The Generation X Housing Conundrum - InvestingChannel

The Generation X Housing Conundrum

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The Generation X Housing Conundrum

In tomorrow’s Juice we dive deeper into dividend ETFs. No doubt one or more of the names in today’s Trackstar top five might enter into the conversation, as we continue building on our main personal finance and investing themes. 

This is what we try to do in this newsletter. Have and advance conversations with you about the issues that matter to you, your friends and your family. That’s why we often encourage you to use the feedback link at the bottom of the page to send The Juice your thoughts. 

Last week, we discussed one element of the housing crisis in House Rich, Cash Poor:

How many homeowners with $1 million net worths are house rich, cash poor? In that, they’re sitting on wealth they just so happen to live in. But they can’t necessarily spend freely like folks who are cash rich. To tap their wealth, they need to take out a loan using their home as collateral or sell, downsize (maybe considerably) and take their profits to fund a potentially upgraded day-to-day life in a small house.

Imagine. You own something worth $1 million, but maybe you struggle to meet your monthly expenses. That’s the world more than a few people live in. 

In response to that installment, a Juice reader, AW, emailed their thoughts:

You’re spot on and definitely have things sorted out on the house poor, cash rich conundrum. I am the Gen Xer you described and although my home is not worth 1 million dollars yet (approximately $692,000), it has increased in value by roughly 75% since I purchased it in April 2020. 

Imagine that! You bought a house just after COVID hit and saw its value rise by 75%. We’d love to hear more stories like this alongside the specific color that surrounds them. 

Also, we’d appreciate hearing about the aftermath, as AW continued:

Within a year, I lost my six figure job due to the Covid “economic downturn” and my son who is a disabled adult lost his housing also blamed on Covid which meant he returned home, and I became his caregiver. So, I’m actually in a position where I’m considering selling my home and downsizing. So, one thing I’d add to your calculations is the cost of caregiving that many Gen Xers have for their parents or disabled children and that many Millennials have for their children or aging parents.  

Definitely a potential cost we don’t consider enough. 

We guess, looking to the bright(er) side, at least there’s the option to downsize. But several factors come into play. Particularly dealing with less space and the cost of a new mortgage.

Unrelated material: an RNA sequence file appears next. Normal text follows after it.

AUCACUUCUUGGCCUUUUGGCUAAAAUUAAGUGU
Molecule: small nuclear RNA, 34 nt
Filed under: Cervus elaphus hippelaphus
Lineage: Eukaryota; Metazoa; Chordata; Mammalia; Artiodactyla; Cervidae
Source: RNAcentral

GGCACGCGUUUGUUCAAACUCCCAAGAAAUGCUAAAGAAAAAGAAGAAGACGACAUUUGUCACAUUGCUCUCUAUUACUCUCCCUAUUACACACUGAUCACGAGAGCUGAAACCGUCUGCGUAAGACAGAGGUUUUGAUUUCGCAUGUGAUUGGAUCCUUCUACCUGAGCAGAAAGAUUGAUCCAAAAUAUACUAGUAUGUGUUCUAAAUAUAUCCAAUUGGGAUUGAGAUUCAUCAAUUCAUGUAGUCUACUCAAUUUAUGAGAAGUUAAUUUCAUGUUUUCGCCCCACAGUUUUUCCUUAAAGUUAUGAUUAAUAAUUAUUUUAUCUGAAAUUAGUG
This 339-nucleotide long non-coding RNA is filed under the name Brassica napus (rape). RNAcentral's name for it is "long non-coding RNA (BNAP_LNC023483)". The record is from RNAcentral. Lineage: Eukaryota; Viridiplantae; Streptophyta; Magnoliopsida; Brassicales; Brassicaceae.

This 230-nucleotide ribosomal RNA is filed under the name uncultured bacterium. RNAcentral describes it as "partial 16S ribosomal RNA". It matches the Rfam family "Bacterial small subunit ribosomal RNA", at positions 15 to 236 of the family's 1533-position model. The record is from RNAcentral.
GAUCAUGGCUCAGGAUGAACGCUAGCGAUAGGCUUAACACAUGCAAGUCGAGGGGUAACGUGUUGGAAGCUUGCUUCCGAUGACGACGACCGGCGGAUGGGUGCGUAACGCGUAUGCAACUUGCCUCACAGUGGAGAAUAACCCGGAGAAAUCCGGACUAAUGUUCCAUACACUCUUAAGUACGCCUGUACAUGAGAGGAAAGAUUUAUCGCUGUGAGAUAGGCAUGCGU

Some people have no issue going from, say, a three-bedroom single family home with a backyard to a condo. Others can’t fathom the idea. Many people might not have a choice. 

Let’s say you sell your home that appreciated by 75% in just a few years. Everybody’s numbers will be different, but one thing’s for sure. Many folks will not be able to pay cash for their new dwelling, even if it’s a condo. This means a new mortgage. 

In April 2020, you could have secured a 30-year mortgage with a 3.5% (or so) interest rate. As of late last week, the rate on the same mortgage is 7.3%. 

If you bought a $300,000 home with 20% down in April 2020, your monthly payment was $1,479, including taxes and insurance. 

Given the increase in property values, let’s conservatively put your 2024 downsized purchase at $450,000. With 20% down, you’re looking at a monthly payment of $3,068. 

Again, every situation will be different. But this one seems somewhat typical to us. And it’s not good. It’s a conundrum faced by quite a few people, specifically folks at or around the Gen X age group. 

In the spirit of ending today’s Juice on an almost wholly positive note. All else equal, AW did well on their property purchase. Others have done even better. 

Housing researcher Point2 recently pointed out that housing values “have doubled in less than 10 years in 68 of the country’s largest 100 cities.” That’s nothing short of incredible. 

One of the most eye-popping cities on the list is Irvine, California. Homes there have gone from $750,000 to $1.5 million, on average, in the last ten years. That’s the most expensive place among the doubles. 

The fastest place to realize a double: Detroit, where prices doubled in just 4.9 years. Granted, you could have scored a house in Detroit for $40,000 in 2019,but still. Second on the list is Spokane, Washington, where prices went from $184,500 to $371,000 in just 5.9 years. 

The Bottom Line: It’s yet another illustration of the haves and have nots economy. Great news for places such as Detroit and Spokane, but what can you really do with that in this housing market? 

On the other hand, if you can walk with mid-to-high six figures from a sale in Irvine, you can definitely move to a less expensive part of the country and buy a downsized property to realize a significant cost of living savings. 

Here again, get in touch with us to relay the ins, outs and quirks of your specific housing situation.

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